Many media outlets cite the official unemployment rate—the Bureau of Labor Statistics’ U-3 unemployment rate—when reporting on the recovery in the jobs market. This rate stood at 5.0 percent in December 2007 (the first month of the recession) and rose to a high of 10.0 percent in October 2009; it has since fallen to 5.5 percent. Relative to its peak, the unemployment rate has made up 90 percent of the ground lost between December 2007 and October 2009. However, there are good reasons to think that the unemployment rate overstates the degree of recovery in the job market. We are presenting a series of five measures that provide insights on employment and unemployment that aren’t captured by the official unemployment rate. One such measure is discussed here.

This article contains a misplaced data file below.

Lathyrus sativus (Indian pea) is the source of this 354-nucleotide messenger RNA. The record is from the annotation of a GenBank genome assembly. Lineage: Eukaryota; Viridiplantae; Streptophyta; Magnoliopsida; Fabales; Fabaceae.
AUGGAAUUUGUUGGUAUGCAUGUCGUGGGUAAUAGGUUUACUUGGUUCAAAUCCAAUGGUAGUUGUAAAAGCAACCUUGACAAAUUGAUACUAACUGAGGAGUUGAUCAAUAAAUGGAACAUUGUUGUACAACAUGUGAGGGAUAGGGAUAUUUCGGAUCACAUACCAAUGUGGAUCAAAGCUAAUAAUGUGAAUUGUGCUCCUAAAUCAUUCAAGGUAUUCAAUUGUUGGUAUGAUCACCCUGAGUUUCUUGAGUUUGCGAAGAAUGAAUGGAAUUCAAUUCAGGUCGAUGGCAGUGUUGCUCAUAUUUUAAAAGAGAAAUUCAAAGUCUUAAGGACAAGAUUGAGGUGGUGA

Long-Term Unemployment as a Percentage of Total Unemployment
Long-term unemployment as a percentage of total unemployment shows us the share of unemployed Americans who have been out-of-work for 27 weeks or more.
Quantitative measures of the jobs market like the official unemployment rate and the employment-to-population ratio (EPOP) are useful ways of understanding changes in the rates of unemployment and employment, respectively. But even if those measures are completely accurate, they do not tell us much about what it is like to experience unemployment. Long-term unemployment—unemployment lasting 27 weeks or more—increased as a percentage of total unemployment during the recession and has yet to recover. Together with our measure on involuntary part-time employment, this measure of long-term unemployment gives us more evidence that purely quantitative measures of the labor market overstate the degree of recovery in the jobs market.
Employment Recovery Watch
- December 2007 Long-Term Unemployment Percentage: 17.4 percent
- Peak: In April 2010, long-term unemployment peaked at of 45.5 percent of all unemployment.
- February 2015 Long-Term Unemployment Percentage: 31.1 percent
- Percent Recovered: 51.2 percent